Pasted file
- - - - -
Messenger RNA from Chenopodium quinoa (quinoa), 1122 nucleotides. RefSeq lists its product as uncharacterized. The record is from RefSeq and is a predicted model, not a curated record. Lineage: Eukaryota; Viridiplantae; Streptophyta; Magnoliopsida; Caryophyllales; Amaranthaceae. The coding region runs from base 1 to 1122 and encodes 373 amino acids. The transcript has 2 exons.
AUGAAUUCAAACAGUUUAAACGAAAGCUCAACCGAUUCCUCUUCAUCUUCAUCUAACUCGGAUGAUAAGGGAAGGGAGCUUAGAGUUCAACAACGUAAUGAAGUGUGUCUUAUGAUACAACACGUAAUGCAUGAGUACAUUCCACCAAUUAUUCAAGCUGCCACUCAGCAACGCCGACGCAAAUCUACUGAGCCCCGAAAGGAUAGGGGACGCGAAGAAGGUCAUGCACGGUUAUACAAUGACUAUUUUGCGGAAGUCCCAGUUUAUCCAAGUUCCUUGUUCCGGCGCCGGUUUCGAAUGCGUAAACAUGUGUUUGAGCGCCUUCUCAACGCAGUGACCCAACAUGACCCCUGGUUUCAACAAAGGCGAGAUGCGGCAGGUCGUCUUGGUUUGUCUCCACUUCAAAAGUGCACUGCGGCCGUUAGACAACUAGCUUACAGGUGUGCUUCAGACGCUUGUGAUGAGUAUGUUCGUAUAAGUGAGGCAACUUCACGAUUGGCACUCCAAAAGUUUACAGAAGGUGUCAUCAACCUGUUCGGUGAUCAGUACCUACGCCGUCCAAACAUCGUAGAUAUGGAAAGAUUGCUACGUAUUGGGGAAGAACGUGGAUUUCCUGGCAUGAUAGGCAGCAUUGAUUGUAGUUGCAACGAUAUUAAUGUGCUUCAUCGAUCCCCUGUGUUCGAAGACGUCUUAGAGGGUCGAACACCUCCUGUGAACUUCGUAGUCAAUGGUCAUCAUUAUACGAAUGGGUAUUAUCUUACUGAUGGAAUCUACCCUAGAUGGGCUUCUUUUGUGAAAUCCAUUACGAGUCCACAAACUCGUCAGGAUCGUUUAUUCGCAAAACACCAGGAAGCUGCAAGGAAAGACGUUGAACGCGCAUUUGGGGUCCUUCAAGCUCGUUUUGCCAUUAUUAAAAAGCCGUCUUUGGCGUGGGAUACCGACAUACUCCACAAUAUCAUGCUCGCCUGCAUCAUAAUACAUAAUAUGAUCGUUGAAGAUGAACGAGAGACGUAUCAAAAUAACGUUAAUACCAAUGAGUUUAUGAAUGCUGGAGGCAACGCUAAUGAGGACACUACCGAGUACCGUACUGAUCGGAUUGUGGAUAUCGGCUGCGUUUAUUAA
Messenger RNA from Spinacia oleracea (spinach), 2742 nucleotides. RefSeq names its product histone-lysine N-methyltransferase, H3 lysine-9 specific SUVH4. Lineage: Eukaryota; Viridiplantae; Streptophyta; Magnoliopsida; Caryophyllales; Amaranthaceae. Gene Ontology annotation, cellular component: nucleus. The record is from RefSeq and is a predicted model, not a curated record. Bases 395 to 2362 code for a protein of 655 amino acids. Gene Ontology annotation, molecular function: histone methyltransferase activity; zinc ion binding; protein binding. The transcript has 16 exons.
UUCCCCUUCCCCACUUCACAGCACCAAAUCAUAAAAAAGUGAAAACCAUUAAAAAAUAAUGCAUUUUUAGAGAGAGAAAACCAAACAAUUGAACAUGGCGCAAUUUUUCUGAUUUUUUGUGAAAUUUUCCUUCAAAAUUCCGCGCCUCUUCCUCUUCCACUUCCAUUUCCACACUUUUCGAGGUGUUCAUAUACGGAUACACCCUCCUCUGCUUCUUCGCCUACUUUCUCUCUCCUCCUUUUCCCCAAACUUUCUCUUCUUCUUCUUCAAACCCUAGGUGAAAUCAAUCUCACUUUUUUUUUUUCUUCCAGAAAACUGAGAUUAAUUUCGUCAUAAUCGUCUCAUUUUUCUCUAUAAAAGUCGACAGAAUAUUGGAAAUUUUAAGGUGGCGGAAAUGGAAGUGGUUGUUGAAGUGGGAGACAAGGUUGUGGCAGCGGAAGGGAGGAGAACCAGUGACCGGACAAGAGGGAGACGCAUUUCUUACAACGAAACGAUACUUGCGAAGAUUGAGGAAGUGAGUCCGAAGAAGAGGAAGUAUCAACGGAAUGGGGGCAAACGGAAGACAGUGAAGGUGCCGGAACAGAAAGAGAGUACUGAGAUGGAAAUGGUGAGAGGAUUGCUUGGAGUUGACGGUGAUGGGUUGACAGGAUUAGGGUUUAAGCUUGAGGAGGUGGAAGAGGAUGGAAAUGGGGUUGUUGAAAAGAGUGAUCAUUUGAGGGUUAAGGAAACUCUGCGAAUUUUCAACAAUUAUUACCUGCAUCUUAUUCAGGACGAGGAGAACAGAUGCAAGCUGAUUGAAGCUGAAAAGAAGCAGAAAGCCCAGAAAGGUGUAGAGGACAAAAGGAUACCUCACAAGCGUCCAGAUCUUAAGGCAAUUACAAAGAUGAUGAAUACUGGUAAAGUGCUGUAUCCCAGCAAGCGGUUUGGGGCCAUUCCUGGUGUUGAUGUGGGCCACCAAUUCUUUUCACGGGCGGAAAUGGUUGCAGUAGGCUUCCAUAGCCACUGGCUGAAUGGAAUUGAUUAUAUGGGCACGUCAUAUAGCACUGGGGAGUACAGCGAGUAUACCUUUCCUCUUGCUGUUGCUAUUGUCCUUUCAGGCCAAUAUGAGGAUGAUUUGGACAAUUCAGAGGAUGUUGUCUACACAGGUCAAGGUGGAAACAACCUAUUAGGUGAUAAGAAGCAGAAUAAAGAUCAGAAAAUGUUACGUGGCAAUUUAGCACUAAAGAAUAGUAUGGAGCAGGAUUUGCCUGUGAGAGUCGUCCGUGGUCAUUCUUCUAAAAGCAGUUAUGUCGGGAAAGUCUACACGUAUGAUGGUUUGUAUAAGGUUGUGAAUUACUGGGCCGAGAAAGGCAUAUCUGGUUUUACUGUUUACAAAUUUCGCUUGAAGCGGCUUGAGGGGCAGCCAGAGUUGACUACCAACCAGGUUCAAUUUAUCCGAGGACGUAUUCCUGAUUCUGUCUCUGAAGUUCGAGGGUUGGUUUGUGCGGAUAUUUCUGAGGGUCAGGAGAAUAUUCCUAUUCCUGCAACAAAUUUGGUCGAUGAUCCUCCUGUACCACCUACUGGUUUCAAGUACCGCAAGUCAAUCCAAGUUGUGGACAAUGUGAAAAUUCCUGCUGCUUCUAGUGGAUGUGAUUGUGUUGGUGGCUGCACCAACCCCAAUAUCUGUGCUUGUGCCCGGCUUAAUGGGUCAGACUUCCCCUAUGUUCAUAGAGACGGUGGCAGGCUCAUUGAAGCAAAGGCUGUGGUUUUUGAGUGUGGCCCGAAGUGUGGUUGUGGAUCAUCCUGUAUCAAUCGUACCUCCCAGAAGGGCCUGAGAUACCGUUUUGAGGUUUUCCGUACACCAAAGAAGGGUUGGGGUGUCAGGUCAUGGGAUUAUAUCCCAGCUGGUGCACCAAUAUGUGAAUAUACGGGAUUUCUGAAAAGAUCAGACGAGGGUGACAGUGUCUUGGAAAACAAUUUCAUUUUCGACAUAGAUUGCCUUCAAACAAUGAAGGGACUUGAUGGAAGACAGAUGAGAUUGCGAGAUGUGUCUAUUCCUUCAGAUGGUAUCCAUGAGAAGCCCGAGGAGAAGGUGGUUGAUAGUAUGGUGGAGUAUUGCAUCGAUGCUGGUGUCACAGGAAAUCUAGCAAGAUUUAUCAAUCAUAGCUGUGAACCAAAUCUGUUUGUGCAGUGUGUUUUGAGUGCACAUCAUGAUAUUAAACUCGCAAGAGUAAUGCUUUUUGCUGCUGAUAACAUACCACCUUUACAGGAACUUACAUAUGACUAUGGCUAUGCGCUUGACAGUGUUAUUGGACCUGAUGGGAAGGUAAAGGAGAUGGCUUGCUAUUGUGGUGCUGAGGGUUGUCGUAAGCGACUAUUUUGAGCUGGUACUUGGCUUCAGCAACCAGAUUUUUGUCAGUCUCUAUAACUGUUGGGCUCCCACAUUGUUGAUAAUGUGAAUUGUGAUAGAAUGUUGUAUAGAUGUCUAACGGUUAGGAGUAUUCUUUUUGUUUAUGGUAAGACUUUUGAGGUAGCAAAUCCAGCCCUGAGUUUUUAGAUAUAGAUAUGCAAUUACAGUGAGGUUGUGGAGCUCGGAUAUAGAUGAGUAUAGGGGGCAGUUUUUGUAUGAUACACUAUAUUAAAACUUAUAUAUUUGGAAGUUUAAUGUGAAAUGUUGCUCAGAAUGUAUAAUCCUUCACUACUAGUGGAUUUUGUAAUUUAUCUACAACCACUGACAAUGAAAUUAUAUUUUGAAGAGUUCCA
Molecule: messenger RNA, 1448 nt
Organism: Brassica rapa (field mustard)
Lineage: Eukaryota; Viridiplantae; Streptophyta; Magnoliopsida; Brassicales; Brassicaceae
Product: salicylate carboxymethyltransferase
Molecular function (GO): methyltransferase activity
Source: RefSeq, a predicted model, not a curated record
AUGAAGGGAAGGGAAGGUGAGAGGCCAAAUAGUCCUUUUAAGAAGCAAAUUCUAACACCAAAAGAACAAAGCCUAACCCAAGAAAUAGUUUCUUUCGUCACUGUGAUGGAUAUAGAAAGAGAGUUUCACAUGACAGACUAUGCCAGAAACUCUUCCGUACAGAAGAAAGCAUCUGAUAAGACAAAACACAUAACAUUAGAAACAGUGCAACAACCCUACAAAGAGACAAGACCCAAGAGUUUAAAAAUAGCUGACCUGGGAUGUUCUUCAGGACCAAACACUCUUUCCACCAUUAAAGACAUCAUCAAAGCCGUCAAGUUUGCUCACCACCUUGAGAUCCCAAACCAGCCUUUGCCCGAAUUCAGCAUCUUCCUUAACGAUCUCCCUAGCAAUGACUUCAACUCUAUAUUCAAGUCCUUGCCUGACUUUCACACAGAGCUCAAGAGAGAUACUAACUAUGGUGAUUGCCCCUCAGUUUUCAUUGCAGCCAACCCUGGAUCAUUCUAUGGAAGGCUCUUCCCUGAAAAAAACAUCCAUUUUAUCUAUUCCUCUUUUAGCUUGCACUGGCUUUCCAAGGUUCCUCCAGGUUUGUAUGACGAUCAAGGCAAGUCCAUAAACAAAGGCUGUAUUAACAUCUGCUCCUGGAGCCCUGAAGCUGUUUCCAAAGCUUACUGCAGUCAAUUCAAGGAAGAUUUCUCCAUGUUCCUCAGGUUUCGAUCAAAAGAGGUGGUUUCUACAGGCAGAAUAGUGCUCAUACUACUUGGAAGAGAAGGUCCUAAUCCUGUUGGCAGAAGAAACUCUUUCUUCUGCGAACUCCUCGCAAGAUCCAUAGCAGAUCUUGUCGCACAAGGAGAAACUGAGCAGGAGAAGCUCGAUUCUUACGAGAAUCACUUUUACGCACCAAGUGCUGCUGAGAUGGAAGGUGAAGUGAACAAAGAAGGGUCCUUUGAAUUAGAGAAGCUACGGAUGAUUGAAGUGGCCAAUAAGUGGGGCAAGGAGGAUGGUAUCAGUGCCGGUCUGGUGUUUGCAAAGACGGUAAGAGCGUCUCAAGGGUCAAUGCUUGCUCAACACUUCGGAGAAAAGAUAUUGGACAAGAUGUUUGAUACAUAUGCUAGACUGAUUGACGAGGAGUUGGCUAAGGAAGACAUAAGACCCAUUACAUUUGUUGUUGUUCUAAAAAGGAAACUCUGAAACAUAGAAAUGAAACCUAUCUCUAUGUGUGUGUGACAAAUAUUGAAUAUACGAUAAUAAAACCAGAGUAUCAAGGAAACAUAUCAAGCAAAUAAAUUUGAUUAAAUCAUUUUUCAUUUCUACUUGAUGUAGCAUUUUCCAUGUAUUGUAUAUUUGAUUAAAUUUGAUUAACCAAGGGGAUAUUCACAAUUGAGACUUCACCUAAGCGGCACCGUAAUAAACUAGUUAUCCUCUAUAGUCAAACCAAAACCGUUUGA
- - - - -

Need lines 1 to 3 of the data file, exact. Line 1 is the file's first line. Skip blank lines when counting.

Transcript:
Messenger RNA from Chenopodium quinoa (quinoa), 1122 nucleotides. RefSeq lists its product as uncharacterized. The record is from RefSeq and is a predicted model, not a curated record. Lineage: Eukaryota; Viridiplantae; Streptophyta; Magnoliopsida; Caryophyllales; Amaranthaceae. The coding region runs from base 1 to 1122 and encodes 373 amino acids. The transcript has 2 exons.
AUGAAUUCAAACAGUUUAAACGAAAGCUCAACCGAUUCCUCUUCAUCUUCAUCUAACUCGGAUGAUAAGGGAAGGGAGCUUAGAGUUCAACAACGUAAUGAAGUGUGUCUUAUGAUACAACACGUAAUGCAUGAGUACAUUCCACCAAUUAUUCAAGCUGCCACUCAGCAACGCCGACGCAAAUCUACUGAGCCCCGAAAGGAUAGGGGACGCGAAGAAGGUCAUGCACGGUUAUACAAUGACUAUUUUGCGGAAGUCCCAGUUUAUCCAAGUUCCUUGUUCCGGCGCCGGUUUCGAAUGCGUAAACAUGUGUUUGAGCGCCUUCUCAACGCAGUGACCCAACAUGACCCCUGGUUUCAACAAAGGCGAGAUGCGGCAGGUCGUCUUGGUUUGUCUCCACUUCAAAAGUGCACUGCGGCCGUUAGACAACUAGCUUACAGGUGUGCUUCAGACGCUUGUGAUGAGUAUGUUCGUAUAAGUGAGGCAACUUCACGAUUGGCACUCCAAAAGUUUACAGAAGGUGUCAUCAACCUGUUCGGUGAUCAGUACCUACGCCGUCCAAACAUCGUAGAUAUGGAAAGAUUGCUACGUAUUGGGGAAGAACGUGGAUUUCCUGGCAUGAUAGGCAGCAUUGAUUGUAGUUGCAACGAUAUUAAUGUGCUUCAUCGAUCCCCUGUGUUCGAAGACGUCUUAGAGGGUCGAACACCUCCUGUGAACUUCGUAGUCAAUGGUCAUCAUUAUACGAAUGGGUAUUAUCUUACUGAUGGAAUCUACCCUAGAUGGGCUUCUUUUGUGAAAUCCAUUACGAGUCCACAAACUCGUCAGGAUCGUUUAUUCGCAAAACACCAGGAAGCUGCAAGGAAAGACGUUGAACGCGCAUUUGGGGUCCUUCAAGCUCGUUUUGCCAUUAUUAAAAAGCCGUCUUUGGCGUGGGAUACCGACAUACUCCACAAUAUCAUGCUCGCCUGCAUCAUAAUACAUAAUAUGAUCGUUGAAGAUGAACGAGAGACGUAUCAAAAUAACGUUAAUACCAAUGAGUUUAUGAAUGCUGGAGGCAACGCUAAUGAGGACACUACCGAGUACCGUACUGAUCGGAUUGUGGAUAUCGGCUGCGUUUAUUAA
Messenger RNA from Spinacia oleracea (spinach), 2742 nucleotides. RefSeq names its product histone-lysine N-methyltransferase, H3 lysine-9 specific SUVH4. Lineage: Eukaryota; Viridiplantae; Streptophyta; Magnoliopsida; Caryophyllales; Amaranthaceae. Gene Ontology annotation, cellular component: nucleus. The record is from RefSeq and is a predicted model, not a curated record. Bases 395 to 2362 code for a protein of 655 amino acids. Gene Ontology annotation, molecular function: histone methyltransferase activity; zinc ion binding; protein binding. The transcript has 16 exons.